We played Call of Duty: Warzone Mobile and it might just change COD forever - MrLiambi's blog


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Monday 21 November 2022

We played Call of Duty: Warzone Mobile and it might just change COD forever

Call of Duty Warzone felt like a game-changer when it came out in early 2020, bringing free-to-play COD shooting to the masses for the first time on console and PC and widening the series' appeal massively.

Now, with Warzone 2.0 fresh out of the gates and iterating on the original in a bunch of ways, it's the turn of Warzone Mobile to shift into the ever-rotating COD spotlight. We recently played the game for a couple of hours and got time to talk to Activision's vice president of mobile, Chris Plummer, about how it's going to fit into the world of Call of Duty.

All new, some old

Warzone Mobile has made a genius call right off the bat by launching with a single Battle Royale map in the form of Verdansk, the original Warzone map and a long-gone favourite among its fans - this is the best Battle Royale map ever, in some players' eyes.

It's a version of Verdansk from before some map-shifting changes, looking to our eyes like the iteration from around Season 3 or 4 of the first Modern Warfare life-cycle, and it's so, so good to be back. It's got enough points of interest to be varied, but also a nice variety of terrain, from tight urban areas to open fields that are risky to cross.

Warzone Mobile will launch with a few squad sizes to pick from, from solos all the way to quads, and the team working on it has tested a variety of different modes that could crop up down the line. For now, it's mainly Battle Royale and only Verdansk, but Plummer didn't rule out Rebirth Island or Fortune's Keep appearing for smaller map players.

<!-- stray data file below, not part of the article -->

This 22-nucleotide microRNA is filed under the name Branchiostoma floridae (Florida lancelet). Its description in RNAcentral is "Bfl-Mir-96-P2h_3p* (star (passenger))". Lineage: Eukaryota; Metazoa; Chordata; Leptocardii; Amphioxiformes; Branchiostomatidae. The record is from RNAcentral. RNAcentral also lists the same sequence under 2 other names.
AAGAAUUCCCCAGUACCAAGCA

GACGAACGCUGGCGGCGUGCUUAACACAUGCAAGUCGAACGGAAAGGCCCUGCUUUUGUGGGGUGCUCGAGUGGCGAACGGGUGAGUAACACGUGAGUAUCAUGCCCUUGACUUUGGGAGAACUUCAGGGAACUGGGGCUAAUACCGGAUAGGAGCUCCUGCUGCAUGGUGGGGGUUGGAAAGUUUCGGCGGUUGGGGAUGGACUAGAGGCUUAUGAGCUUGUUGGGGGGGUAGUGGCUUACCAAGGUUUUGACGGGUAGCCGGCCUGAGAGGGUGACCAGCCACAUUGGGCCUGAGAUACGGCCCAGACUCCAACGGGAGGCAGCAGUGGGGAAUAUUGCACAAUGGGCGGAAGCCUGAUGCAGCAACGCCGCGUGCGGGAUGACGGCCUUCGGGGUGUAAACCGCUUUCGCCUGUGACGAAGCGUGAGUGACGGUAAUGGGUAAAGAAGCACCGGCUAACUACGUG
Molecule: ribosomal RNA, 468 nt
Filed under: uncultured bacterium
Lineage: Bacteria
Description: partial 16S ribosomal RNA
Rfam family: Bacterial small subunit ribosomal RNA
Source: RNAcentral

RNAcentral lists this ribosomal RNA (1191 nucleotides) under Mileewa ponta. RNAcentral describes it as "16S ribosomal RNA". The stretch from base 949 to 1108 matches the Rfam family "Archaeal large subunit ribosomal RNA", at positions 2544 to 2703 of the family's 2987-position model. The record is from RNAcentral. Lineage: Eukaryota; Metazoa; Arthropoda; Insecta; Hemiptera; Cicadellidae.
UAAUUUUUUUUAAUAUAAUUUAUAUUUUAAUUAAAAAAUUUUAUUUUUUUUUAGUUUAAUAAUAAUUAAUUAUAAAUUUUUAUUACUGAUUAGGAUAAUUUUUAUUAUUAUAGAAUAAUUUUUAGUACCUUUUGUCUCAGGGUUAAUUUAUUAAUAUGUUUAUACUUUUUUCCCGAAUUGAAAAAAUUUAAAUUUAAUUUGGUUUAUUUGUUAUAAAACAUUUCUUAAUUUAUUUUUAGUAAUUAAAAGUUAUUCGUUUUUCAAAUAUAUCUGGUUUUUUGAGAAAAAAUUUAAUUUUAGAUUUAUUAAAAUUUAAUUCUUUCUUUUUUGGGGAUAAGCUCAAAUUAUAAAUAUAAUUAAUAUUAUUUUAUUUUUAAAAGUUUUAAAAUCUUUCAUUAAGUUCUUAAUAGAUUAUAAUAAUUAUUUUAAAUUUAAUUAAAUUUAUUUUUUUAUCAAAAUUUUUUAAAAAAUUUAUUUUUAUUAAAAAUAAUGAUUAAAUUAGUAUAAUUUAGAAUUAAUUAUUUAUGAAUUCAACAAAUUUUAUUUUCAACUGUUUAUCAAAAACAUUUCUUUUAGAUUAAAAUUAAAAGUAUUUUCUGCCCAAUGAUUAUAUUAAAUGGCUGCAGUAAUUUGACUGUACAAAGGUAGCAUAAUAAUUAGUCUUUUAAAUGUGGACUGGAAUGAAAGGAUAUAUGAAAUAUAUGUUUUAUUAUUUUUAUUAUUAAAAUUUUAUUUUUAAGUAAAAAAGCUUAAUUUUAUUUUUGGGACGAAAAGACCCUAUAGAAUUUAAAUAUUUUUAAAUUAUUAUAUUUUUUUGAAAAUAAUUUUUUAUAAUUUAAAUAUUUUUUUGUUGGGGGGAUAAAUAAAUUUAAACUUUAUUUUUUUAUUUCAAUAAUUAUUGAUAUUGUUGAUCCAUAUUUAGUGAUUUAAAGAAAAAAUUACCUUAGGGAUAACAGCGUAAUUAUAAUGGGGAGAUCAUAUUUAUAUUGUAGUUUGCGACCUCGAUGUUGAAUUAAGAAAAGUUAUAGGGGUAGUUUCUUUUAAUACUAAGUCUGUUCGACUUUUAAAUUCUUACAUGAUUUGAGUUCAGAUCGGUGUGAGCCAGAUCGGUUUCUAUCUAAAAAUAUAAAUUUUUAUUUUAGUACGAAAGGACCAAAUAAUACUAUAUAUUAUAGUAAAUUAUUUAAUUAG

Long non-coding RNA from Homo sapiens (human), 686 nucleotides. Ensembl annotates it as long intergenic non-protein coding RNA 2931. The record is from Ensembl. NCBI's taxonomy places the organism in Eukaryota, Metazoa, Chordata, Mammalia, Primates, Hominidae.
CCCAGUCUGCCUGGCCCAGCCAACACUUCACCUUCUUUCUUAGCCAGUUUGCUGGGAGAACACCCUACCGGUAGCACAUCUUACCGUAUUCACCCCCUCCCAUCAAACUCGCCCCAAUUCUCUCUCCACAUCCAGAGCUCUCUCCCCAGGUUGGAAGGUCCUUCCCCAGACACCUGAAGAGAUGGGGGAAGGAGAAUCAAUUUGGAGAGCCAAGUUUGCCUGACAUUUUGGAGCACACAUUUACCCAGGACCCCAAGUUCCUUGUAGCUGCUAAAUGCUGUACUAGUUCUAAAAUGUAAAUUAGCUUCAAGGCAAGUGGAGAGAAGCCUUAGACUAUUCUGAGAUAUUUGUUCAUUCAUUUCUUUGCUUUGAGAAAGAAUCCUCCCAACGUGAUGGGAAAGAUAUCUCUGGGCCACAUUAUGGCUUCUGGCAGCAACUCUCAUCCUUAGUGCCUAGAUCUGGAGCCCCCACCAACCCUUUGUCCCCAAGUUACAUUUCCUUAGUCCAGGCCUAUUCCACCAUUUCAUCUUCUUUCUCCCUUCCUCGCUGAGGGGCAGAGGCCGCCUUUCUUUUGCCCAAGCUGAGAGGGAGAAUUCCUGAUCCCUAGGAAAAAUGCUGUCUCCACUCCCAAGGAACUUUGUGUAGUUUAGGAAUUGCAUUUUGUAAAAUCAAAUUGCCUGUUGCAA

He was also coy about Warzone 2.0's Al Mazrah, so we'd bet on that map coming over to Warzone Mobile at some point, too.

This means the game could become a one-stop shop for COD action, especially given the surprise news that it includes 6v6 multiplayer at launch on a couple of maps, and that this too will expand over time.

This is all thanks to closer feature parity between mobile and console than ever before - Warzone Mobile runs on the latest COD tech, scaled down for mobile. This means new features like enhanced reload animations and movement from MW2 are present and correct.

It also means that the full Gunsmith system should make it into Warzone Mobile, although possibly after launch. This will include weapon tuning, according to Plummer, making it the full experience.

This all makes the situation a bit awkward when it comes to the pre-existing (very popular) COD Mobile, which Plummer was adamant wouldn't suffer for Warzone Mobile's arrival. When you think about how much future-looking work has gone into this newer game, though, it's not hard to imagine which will be prioritised.

They'll run in parallel for at least a while, though. Warzone Mobile will have the massive advantage of a shared battle pass and progression system for MW2 and Warzone 2.0, though, along with shared weaponry and cosmetics, so it's safe to say it looks like the future of COD on mobile.

Hands-on time